French, U.S. Special Forces Agree to Beef Up Partnership in Africa

The new agreement shows that counterterrorism will still be a top focus for the Pentagon.

French and American special operators will work together more closely on counterterrorism operations in Africa under an agreement signed by defense leaders on Friday, French Defense Minister Florence Parly said.

The agreement, which follows an announcement that France will cut its troop presence in the Sahel roughly in half, indicates America is not done fighting terrorism even as President Joe Biden withdraws U.S. forces from Afghanistan.

Parly said she and Defense Secretary Lloyd Austin “signed a roadmap to strengthen even more the relationship between our two special forces,” during a meeting at the Pentagon.

“We can rely on the strong support from the United States, especially in the counterterrorism operations” in the Sahel, Parly said, in an interview with Defense One’s Executive Editor Kevin Baron hosted by the Atlantic Council, in Washington. Parly declined to reveal details of the special operations forces agreement but said the French rely on American intelligence, surveillance, and reconnaissance capabilities, “which are particularly useful to get the right information [and] intelligence on those groups.”

A Defense Department spokesman did not reply to a question seeking more details about what the partnership would entail.

The increased partnership in the Sahel comes as the Pentagon is also considering returning U.S. special operators to Somalia to train local forces to fight al-Shabab, the New York Times reported, after former President Donald Trump abruptly ordered all American troops out of the country in December.

France has operated in the Sahel, a region of Africa between the Sahara Desert to the north and the savanna to the south, targeting terrorists from al Qaeda and the Islamic State. Last month, Macron announced that France was ending its Barkhane mission in the Sahel after eight years of fighting, and two coups in Mali. But during a virtual meeting of Sahel region leaders on Friday, French President Emmanuel Macron announced that he would cut the number of French troops in the Sahel from more than 5,000 to between 2,500 to 3,000 by next year. The troop reduction in the Sahel will allow the French military to focus on the growing terrorist threat in southern Africa. Parly said the change did not reflect a desire by France to pull out of counterterrorism missions, rather, it was to adjust to more recent conditions.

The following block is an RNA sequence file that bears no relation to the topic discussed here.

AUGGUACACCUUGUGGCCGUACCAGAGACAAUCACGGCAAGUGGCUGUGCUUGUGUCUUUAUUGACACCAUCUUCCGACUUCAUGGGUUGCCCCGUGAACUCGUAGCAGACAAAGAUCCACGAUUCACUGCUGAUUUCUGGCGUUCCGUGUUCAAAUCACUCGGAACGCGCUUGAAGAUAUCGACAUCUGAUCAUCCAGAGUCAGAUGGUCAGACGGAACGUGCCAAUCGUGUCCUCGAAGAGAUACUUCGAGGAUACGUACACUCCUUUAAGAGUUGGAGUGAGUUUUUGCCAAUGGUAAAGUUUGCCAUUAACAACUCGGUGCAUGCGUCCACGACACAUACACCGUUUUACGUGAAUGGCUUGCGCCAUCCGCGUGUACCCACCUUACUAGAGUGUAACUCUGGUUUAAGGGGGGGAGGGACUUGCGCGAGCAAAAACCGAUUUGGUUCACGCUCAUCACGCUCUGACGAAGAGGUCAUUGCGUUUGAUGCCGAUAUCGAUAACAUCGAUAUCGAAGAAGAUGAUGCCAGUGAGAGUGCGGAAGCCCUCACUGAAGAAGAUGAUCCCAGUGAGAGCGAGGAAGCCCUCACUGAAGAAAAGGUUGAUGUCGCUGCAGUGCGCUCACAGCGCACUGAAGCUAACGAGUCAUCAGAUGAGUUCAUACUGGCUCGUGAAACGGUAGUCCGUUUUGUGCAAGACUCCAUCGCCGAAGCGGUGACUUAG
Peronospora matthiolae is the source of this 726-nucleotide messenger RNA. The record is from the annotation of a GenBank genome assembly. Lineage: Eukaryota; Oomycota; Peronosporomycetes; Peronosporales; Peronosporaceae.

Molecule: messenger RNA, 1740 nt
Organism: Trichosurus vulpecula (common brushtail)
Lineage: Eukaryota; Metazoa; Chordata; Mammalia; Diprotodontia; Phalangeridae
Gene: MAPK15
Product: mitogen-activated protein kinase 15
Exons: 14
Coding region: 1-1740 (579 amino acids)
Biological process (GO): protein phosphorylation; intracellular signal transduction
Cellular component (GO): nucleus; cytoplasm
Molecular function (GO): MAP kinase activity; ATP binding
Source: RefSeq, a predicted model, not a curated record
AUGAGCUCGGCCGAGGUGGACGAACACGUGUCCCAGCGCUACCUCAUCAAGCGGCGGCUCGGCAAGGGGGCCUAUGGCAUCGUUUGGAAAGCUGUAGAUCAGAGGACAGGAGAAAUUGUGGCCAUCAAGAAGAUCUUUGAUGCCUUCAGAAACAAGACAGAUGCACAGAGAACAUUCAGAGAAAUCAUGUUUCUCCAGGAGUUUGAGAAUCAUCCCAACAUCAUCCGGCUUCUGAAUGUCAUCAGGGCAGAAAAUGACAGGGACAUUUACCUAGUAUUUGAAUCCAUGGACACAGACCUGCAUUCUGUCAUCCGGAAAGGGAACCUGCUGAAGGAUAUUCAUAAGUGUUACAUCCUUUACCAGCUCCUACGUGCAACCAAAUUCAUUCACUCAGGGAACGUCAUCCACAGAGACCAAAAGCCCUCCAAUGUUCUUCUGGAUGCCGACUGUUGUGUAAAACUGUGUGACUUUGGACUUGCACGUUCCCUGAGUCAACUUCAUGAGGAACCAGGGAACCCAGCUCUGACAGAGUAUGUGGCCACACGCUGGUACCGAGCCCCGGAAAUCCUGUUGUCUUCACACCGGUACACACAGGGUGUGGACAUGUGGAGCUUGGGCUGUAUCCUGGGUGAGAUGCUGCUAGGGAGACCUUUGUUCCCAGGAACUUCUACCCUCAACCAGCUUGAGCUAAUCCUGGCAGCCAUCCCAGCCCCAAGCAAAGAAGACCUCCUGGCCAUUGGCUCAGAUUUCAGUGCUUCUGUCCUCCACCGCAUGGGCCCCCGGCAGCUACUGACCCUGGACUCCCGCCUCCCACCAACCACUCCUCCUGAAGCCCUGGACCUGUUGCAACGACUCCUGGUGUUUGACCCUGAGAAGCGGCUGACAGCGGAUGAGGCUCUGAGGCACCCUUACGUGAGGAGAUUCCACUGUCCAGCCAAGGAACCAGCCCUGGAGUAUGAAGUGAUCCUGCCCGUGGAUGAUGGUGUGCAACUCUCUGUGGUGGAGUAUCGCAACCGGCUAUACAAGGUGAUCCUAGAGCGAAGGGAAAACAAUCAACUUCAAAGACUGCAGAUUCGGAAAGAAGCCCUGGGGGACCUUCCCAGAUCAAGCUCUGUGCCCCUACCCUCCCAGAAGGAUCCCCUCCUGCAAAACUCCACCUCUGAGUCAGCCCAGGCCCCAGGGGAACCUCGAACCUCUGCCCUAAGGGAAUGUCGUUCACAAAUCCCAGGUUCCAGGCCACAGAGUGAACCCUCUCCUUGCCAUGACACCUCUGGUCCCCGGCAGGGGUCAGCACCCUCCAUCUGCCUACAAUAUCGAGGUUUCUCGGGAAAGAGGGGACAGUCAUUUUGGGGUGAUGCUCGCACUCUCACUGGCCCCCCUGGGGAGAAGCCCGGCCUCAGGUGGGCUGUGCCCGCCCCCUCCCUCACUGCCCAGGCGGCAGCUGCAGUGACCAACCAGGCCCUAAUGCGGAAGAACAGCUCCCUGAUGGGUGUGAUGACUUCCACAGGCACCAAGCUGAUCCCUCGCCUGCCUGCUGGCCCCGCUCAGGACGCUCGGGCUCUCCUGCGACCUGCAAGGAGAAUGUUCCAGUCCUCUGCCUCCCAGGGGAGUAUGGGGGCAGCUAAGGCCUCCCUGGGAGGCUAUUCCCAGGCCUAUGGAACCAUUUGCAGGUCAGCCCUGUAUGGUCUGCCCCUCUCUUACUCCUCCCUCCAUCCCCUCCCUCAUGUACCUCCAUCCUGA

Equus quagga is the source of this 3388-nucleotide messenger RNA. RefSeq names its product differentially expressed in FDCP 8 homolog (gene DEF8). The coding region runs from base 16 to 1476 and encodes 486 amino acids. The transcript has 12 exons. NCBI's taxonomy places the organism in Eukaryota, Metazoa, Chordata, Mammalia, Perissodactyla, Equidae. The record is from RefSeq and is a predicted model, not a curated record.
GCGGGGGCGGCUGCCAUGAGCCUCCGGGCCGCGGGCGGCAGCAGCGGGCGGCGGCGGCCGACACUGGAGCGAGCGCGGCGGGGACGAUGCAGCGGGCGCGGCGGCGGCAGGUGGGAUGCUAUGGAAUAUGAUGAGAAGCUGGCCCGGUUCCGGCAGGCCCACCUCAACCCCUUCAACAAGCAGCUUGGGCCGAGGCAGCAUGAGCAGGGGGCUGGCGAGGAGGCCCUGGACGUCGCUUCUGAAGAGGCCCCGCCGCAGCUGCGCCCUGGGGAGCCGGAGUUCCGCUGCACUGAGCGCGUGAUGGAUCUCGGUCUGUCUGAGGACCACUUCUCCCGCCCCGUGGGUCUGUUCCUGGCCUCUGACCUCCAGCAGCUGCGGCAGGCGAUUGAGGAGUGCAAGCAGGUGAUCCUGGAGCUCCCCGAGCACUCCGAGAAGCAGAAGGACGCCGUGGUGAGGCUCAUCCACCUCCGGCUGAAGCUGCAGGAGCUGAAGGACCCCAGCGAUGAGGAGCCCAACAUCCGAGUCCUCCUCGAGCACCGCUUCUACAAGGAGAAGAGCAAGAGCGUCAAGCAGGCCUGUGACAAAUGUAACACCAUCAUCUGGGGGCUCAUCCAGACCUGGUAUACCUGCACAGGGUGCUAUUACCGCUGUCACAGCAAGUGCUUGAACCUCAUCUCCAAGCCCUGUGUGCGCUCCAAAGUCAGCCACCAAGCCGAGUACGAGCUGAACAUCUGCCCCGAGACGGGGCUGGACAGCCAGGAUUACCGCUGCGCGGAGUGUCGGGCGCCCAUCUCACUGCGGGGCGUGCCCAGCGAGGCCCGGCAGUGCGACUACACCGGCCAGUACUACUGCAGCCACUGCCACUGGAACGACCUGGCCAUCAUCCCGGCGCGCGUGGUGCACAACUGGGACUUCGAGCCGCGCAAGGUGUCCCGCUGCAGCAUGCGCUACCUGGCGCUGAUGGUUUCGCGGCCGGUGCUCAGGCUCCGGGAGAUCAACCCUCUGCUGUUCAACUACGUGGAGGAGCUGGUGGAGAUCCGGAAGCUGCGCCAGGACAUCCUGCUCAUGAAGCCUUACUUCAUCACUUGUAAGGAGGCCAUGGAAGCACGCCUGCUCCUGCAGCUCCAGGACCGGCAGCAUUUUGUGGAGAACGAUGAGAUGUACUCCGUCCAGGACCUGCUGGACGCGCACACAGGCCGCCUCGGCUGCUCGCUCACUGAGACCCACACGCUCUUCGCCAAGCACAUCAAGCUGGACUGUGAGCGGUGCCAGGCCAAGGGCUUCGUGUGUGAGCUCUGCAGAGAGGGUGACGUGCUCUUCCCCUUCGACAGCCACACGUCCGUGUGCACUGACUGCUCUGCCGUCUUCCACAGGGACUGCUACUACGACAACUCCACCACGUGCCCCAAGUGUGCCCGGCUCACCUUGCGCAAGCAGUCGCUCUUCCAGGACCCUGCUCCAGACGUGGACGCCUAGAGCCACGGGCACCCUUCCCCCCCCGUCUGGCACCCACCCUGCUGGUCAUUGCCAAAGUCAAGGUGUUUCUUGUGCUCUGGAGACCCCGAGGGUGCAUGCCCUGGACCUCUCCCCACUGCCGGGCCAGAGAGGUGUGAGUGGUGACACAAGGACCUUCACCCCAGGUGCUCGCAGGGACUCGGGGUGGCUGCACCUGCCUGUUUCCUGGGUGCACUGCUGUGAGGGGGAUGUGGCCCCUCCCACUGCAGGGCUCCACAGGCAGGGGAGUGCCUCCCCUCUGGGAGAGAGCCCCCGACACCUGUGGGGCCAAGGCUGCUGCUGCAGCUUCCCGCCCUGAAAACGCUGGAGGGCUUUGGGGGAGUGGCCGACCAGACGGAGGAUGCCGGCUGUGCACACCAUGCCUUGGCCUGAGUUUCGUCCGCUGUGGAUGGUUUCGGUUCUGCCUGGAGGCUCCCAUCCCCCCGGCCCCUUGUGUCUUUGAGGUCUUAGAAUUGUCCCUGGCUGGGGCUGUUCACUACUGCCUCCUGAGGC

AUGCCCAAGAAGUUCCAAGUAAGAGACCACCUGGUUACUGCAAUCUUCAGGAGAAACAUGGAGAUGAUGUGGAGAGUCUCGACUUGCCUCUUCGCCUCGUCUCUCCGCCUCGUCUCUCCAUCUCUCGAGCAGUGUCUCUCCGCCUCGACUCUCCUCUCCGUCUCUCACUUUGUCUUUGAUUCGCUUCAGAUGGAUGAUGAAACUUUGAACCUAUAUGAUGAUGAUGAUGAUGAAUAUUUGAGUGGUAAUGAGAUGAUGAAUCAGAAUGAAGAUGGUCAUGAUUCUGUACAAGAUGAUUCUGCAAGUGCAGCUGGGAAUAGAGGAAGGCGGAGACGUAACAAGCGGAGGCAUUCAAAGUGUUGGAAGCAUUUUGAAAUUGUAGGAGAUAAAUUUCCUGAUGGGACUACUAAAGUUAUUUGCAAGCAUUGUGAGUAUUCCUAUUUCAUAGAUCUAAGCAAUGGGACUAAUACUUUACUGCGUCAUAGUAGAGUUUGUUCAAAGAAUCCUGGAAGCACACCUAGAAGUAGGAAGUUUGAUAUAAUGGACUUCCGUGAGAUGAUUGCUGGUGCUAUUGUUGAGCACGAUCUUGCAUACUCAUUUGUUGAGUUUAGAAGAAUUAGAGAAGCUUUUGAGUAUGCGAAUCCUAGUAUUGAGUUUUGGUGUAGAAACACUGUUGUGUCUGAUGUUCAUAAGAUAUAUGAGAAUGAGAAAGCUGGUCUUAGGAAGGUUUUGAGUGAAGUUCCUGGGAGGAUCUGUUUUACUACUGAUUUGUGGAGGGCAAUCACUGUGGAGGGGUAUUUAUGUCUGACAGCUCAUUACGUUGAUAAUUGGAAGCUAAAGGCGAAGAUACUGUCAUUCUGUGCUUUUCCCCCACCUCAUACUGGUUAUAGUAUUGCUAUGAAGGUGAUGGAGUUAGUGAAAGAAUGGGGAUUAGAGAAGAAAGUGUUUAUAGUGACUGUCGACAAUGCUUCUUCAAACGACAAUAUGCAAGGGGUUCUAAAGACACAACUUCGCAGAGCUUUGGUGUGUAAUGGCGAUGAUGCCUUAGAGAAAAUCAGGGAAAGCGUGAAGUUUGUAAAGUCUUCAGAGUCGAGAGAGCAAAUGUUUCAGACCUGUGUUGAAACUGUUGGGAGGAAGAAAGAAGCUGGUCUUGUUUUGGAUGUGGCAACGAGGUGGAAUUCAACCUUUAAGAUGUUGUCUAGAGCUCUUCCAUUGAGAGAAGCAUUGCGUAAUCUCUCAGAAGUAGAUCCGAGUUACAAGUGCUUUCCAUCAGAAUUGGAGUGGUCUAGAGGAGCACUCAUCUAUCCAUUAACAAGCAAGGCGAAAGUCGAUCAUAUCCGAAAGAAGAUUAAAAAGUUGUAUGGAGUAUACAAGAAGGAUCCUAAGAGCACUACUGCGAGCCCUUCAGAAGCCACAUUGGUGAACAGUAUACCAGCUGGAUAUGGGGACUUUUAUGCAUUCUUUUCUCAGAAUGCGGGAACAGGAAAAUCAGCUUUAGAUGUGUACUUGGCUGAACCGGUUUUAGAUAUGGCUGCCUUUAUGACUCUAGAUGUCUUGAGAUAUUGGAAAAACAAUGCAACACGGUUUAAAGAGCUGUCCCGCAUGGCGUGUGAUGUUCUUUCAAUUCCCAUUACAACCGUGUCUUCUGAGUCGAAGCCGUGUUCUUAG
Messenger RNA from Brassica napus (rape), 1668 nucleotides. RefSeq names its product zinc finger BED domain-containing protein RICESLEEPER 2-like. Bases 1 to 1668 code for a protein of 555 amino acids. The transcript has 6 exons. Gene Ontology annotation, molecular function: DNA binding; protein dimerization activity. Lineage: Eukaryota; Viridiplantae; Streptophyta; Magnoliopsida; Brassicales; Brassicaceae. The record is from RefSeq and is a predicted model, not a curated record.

“Macron was absolutely convinced that we had to adapt our military layout as the terrorist groups also adapt their behavior,” Parly said.

Violent extremist organizations in the Sahel were “neither degraded nor contained,” according to the most recent Pentagon inspector general report on the region, which was released in November.

“French counterterrorism operations since 2013 have likely denied [violent extremist organizations] the ability to establish permanent control of and consistent safe havens in the Sahel region,” the report says. “However, the 2012 Tuareg rebellion in Mali created instability that led to the growth of al-Qaeda and ISIS-aligned groups that continue to expand operations throughout the Sahel.”

The report also said the United States does not conduct strikes in the Sahel except to defend its own troops.

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